In this talk I shall describe the progress that has been made in recent years in quantitative assessment of modest levels of reliability for software-based systems, such as in a safety-case formalism. I shall identify deficiencies in our present capabilities, as in assessment of socio-technical systems, the limits to the levels of dependability that can be claimed, and in assessment of operational security. I shall identify, and critically analyse, some of the proposed ways forward, such as the use of BBNs and 'diversity'.

Armando Fox (Stanford University)
Addressing Software Dependability with Statistical and Machine Learning Techniques
18 May @ 11:00 AM

St. Louis Ballroom A [Floor Plan]
Session Chair: Jeff Kramer

Biography: Armando Fox joined the Stanford faculty as an Assistant Professor in January 1999. He received his Ph.D. from UC Berkeley, where he worked with Professor Eric Brewer (co-founder of Inktomi Corp.) building research prototypes of today's clustered Internet services and showing how to use them to support mobile computing applications, including the world's first graphical Web browser for handheld computers. His research interests include system dependability and ubiquitous computing. Armando was listed among the "Scientific American 50" of 2003 for his work on Recovery-Oriented Computing.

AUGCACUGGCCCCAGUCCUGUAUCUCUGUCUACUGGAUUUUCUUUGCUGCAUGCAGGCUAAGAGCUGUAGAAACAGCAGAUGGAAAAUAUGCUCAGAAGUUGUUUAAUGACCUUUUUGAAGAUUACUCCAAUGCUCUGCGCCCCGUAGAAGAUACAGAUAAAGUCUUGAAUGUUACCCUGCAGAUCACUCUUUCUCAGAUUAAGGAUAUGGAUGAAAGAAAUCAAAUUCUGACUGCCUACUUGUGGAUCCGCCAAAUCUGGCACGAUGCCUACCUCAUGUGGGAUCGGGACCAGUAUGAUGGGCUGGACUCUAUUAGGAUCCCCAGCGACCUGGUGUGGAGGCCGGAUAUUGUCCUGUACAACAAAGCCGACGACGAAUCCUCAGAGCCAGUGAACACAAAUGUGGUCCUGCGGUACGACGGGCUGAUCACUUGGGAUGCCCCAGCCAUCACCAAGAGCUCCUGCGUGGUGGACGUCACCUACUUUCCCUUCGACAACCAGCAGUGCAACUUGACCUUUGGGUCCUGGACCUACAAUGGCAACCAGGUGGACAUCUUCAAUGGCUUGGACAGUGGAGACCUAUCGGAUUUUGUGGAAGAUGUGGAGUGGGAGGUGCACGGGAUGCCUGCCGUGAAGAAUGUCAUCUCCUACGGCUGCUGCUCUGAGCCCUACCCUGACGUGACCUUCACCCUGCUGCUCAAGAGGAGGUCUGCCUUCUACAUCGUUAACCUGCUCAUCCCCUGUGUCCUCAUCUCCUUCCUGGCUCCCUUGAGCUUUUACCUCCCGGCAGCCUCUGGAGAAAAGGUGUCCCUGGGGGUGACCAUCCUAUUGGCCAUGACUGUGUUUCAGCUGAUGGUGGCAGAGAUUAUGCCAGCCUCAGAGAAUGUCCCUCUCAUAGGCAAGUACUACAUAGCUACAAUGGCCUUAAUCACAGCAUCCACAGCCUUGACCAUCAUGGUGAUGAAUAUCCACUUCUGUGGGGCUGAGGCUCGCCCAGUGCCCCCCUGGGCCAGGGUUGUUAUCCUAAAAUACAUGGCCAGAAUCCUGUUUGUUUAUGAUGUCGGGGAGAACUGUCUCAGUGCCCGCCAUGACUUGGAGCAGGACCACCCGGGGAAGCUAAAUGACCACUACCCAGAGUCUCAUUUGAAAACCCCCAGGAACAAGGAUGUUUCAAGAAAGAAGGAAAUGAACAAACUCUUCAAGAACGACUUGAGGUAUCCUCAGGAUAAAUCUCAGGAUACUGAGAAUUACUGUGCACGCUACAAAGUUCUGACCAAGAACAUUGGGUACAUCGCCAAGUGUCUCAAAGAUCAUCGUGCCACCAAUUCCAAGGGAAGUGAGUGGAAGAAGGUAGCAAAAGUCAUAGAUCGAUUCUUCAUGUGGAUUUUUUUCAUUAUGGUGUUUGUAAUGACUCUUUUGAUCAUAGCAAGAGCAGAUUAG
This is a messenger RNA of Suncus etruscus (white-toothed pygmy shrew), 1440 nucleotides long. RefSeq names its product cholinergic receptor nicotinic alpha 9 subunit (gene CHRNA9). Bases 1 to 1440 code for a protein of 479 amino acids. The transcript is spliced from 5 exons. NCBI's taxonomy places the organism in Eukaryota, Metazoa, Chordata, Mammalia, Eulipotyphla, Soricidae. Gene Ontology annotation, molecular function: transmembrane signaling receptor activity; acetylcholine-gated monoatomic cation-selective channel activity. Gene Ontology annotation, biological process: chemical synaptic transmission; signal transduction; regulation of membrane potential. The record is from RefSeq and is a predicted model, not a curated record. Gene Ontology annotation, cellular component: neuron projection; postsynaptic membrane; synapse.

Prof. Fox has received the Associated Students of Stanford University Teaching Award and the Tau Beta Pi Award for Excellence in Undergraduate Engineering Education, and has been named a Professor of the Year by the Stanford chapter of the Society of Women Engineers. He received a BSEE from M.I.T. and an MSEE from the University of Illinois, and worked as a CPU architect at Intel Corp. He is also an ACM member and a founder of ProxiNet (acquired by Pumatech in 1999), which commercialized thin client mobile computing technology he helped develop at UC Berkeley. He can be reached at fox@cs.stanford.edu.

Abstract: Our ability to design and deploy large complex systems is outpacing our ability to understand their behavior. How do we detect and recover from "heisenbugs", which account for up to 40% of failures in complex Internet systems, without extensive application-specific coding? Which users were affected, and for how long? How do we diagnose and correct problems caused by configuration errors or operator errors? Although these problems are posed at a high level of abstraction, all we can usually measure directly are low-level behaviors---analogous to driving a car while looking through a magnifying glass. Machine learning can bridge this gap using techniques that learn "baseline" models automatically or semi-automatically, allowing the characterization and monitoring of systems whose structure is not well understood a priori. In this talk I'll discuss initial successes and future challenges in using machine learning for failure detection and diagnosis, configuration troubleshooting, attribution (which low-level properties appear to be correlated with an observed high-level effect such as decreased performance), and failure forecasting.

Research Demonstrations I
18 May @ 11:00 AM
St. Louis Ballroom B [Floor Plan]
Session Chair: Sarfraz Khurshid

> Demonstration of JIVE and JOVE: Java as it Happens
Steven Reiss and Manos Renieris
Informal Demo: 19 May @ 10:30 AM (during coffee break)
> Chianti: A Change Impact Analysis Tool for Java Programs
Xiaoxia Ren, Barbara Ryder, Maximilian Stoerzer, and Frank Tip
Informal Demo: 19 May @ 12:30 PM (during lunch break)
> The Concern Manipulation Environment
William Chung, William Harrison, Vincent Kruskal, Harold Ossher, Stanley M. Sutton Jr. and Peri Tarr, Matthew Chapman, Andrew Clement, Helen Hawkins, and Sian January
Informal Demo: 19 May @ 12:30 PM (during lunch break)